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In the French Kitchen Garden: The Joys of Cultivating a Potager Hardcover – Bargain Price, October, 1998


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Hardcover, Bargain Price, October, 1998
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Product Details

  • Hardcover: 120 pages
  • ISBN-10: 0811820343
  • ASIN: B00006JO20
  • Product Dimensions: 8.1 x 7 x 0.8 inches
  • Shipping Weight: 1.2 pounds
  • Average Customer Review: 4.6 out of 5 stars  See all reviews (11 customer reviews)
  • Amazon Best Sellers Rank: #759,501 in Books (See Top 100 in Books)

Editorial Reviews

Amazon.com Review

Georgeanne Brennan became enamored of the concept of the potager, or kitchen garden, while living in the south of France, and has created potagers everywhere she's lived in the nearly three decades since then. The potager, explains Brennan, is more than a garden: it's a chance to observe the seasons, a provider of ingredients for signature local dishes, and a great social democratizer that keeps neighbors in touch as they share their bounty with each other.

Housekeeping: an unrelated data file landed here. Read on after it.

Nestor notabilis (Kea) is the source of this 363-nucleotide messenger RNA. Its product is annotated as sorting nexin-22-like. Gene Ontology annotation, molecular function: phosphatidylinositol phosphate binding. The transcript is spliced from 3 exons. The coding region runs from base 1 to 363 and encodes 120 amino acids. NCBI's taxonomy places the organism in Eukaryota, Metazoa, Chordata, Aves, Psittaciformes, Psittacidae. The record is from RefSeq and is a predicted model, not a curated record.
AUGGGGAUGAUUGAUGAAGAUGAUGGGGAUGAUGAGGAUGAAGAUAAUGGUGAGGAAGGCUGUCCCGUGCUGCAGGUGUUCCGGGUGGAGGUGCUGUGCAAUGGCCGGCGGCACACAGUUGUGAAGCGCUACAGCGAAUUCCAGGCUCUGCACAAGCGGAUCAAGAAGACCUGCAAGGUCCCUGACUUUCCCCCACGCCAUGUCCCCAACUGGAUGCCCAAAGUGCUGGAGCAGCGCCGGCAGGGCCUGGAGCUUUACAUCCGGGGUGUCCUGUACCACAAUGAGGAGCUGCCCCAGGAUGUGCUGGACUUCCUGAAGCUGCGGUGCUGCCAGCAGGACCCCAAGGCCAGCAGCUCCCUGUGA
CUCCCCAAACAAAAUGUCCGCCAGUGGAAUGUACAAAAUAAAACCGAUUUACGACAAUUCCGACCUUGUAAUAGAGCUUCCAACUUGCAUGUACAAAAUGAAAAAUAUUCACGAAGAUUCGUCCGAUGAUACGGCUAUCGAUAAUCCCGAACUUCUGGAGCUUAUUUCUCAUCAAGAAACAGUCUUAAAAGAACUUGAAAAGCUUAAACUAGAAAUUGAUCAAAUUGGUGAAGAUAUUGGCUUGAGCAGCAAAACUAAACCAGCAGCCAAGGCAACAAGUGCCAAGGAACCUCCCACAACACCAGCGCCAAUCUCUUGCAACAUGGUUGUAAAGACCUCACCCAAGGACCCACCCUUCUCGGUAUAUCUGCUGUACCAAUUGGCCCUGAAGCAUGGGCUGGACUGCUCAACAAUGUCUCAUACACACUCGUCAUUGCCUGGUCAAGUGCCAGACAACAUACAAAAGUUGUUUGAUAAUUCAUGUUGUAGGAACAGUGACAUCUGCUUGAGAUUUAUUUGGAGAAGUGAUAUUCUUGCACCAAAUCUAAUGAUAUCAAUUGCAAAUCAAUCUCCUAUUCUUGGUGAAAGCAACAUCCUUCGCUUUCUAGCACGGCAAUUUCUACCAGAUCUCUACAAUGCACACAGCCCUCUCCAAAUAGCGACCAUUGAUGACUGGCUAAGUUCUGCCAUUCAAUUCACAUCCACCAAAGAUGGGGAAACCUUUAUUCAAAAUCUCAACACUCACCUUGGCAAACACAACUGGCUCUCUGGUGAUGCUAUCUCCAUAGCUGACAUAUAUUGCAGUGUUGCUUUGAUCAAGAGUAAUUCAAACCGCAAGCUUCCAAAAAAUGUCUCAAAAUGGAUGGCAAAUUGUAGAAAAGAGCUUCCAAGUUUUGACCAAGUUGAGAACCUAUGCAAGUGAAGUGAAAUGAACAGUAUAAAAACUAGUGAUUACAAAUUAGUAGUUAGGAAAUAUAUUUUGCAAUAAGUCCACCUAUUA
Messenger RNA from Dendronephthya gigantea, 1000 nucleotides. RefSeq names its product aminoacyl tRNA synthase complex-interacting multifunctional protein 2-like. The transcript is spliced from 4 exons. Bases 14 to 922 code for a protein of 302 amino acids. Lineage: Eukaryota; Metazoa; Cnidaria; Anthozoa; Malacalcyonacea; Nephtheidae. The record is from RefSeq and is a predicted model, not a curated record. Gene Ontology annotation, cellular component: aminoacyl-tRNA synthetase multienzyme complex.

One of the main features of a potager is that it is intended as a year-round garden, rather than just a summer, or harvest, garden. To that end, Brennan explains which plants do well in different seasons and how to stagger the plantings during seasonal transition periods so as to use the space efficiently throughout the year. The garden itself can be quite small--9 feet by 12 feet can keep a family of four in fresh produce. Like a potager, this guide is small and sweet. It's attractively illustrated with Melissa Sweet's watercolors, and includes 25 easy recipes that make stars of simple, fresh ingredients. --Barrie Trinkle --This text refers to an out of print or unavailable edition of this title.